We’ve been to the hall before twice. First, to a ‘family’ matinee to hear Saint-Saëns’s Carnival of the Animals and Ravel’s Bolero, and then on the afternoon of New Year’s Eve 2009 we were there to see a traditional Netherlands concert that left us simply confused, turning out to be nothing that we could understand – not least because we had no clue who the TV personalities that were involved were.

This, however, was a horse of an entirely different musical colour.

But to start with, it’s worth noting that the hall, which was designed by Adolf Leonard van Gendt and opened in April 1888, has a reputation for some of the best acoustics around.

We had decided that, since there is a café, we’d eat there in the evening.

It didn’t look promising when we discovered that there was just the one option for a hot meal – chicken breast with a crust, served with a whole, roasted apple with a coconut meringue on top, and gratinéed endive.

Chicken, gratinéed endive and a baked apple.
As it happened, it also came with huge bowls of salad and more doorsteps of dark bread. And it turned out to be really very pleasant.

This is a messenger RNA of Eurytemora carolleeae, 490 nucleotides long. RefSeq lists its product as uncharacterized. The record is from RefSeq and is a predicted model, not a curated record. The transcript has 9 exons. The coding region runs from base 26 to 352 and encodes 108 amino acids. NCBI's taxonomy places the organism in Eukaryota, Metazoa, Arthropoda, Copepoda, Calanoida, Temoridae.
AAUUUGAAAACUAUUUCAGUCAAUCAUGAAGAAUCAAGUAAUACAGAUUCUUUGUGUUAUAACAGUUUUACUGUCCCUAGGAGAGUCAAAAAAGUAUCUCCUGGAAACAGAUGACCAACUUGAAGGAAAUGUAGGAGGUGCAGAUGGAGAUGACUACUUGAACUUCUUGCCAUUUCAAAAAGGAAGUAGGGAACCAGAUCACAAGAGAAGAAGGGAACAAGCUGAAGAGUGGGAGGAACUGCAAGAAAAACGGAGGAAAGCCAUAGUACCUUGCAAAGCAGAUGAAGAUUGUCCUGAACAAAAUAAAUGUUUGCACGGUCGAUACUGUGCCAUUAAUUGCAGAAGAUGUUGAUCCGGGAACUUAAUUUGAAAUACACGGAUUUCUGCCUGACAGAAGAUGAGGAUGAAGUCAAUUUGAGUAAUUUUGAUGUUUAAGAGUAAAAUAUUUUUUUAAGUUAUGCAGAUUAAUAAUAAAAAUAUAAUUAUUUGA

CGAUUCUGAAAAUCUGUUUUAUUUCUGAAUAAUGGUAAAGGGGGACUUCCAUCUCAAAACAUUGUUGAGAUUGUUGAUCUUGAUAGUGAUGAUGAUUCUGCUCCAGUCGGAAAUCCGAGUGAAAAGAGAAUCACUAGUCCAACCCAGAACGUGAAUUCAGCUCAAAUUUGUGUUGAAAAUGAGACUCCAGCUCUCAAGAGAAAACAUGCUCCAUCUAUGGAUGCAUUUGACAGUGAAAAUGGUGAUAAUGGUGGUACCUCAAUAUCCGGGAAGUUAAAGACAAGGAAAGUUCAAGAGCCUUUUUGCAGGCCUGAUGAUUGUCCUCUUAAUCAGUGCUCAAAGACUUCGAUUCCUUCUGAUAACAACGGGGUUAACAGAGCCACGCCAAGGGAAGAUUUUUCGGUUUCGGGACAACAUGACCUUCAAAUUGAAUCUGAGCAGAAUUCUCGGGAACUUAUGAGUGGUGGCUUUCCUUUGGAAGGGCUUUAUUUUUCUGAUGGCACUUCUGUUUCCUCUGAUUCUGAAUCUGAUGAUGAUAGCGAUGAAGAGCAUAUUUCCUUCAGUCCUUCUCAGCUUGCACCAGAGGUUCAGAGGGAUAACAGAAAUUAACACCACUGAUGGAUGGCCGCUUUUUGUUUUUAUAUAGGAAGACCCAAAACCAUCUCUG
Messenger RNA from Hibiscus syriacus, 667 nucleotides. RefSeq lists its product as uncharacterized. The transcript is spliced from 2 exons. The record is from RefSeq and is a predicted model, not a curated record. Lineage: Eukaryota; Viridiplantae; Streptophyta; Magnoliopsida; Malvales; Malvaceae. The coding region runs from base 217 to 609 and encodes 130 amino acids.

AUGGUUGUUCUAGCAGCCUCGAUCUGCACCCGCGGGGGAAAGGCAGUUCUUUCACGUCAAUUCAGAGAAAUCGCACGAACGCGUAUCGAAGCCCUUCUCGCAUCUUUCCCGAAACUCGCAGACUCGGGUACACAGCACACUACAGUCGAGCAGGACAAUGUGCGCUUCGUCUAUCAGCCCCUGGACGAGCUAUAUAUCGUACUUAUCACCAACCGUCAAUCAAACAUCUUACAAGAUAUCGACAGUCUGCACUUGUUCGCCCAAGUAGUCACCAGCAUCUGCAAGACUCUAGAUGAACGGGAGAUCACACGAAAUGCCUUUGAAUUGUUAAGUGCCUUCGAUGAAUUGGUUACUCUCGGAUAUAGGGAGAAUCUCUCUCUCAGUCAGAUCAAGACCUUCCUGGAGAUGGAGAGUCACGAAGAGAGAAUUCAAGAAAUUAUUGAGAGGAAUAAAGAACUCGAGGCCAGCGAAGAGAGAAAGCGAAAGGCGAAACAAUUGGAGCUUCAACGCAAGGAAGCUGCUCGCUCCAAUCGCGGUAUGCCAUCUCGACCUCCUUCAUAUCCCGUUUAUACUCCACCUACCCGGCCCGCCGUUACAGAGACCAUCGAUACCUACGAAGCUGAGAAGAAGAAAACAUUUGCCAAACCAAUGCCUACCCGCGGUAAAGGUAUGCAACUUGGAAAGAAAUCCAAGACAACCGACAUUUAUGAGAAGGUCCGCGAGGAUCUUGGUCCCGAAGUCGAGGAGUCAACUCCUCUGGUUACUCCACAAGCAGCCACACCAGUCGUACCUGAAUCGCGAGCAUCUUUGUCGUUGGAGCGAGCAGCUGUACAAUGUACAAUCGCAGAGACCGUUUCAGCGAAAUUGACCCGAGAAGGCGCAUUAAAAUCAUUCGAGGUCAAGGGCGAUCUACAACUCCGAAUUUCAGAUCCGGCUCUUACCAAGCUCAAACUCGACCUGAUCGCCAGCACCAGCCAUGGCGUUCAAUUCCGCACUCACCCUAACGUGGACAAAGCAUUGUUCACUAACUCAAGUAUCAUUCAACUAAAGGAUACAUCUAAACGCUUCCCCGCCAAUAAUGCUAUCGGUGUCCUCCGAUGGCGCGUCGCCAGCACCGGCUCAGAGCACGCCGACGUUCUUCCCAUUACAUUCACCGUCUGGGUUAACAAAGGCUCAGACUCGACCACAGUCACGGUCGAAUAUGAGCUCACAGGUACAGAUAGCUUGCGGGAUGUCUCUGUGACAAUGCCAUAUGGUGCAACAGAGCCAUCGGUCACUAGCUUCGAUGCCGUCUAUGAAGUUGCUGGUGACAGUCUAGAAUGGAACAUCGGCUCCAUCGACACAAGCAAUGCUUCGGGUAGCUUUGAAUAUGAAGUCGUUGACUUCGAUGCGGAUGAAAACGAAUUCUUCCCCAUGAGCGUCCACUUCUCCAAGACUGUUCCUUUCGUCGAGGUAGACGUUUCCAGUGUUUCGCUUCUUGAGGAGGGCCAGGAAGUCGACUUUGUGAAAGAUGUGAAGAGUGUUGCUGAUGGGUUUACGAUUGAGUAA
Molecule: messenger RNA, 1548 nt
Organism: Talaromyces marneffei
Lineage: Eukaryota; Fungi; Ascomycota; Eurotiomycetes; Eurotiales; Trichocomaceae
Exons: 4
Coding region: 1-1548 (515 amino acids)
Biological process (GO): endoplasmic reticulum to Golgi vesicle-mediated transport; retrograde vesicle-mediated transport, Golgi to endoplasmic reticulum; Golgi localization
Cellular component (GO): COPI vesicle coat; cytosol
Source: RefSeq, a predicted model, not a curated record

It was perfectly complimented by a glass of Grüner Veltiner 2010, an Austrian white wine, on the side.

And so to the music.

The Henze piece (a Dutch premiere) was Elogium Musicum, a choral piece, written in 2008, just four years before the composer’s own death at the age of 86, and as a form of obituary for his partner of 40-odd years, Fausto Moroni.

It is a setting of a specially-commissioned libretto by Latin scholar Franco Serpa – but the Latin here is not liturgical.

We had a sheet that gave a translation into Dutch, but I was able to find one into English via my phone: just as Amsterdam is not merely Sodom and Gomorrah, the internet is not just about porn and kittens.

At present, there is no recording of the work – although it has been performed in a number of countries and been critically acclaimed. It’s not difficult to understand why.

The music is fascinating – very modern, but with moments that hark back, in places, to the lyricism of the 19th century.

A rather fine concert hall.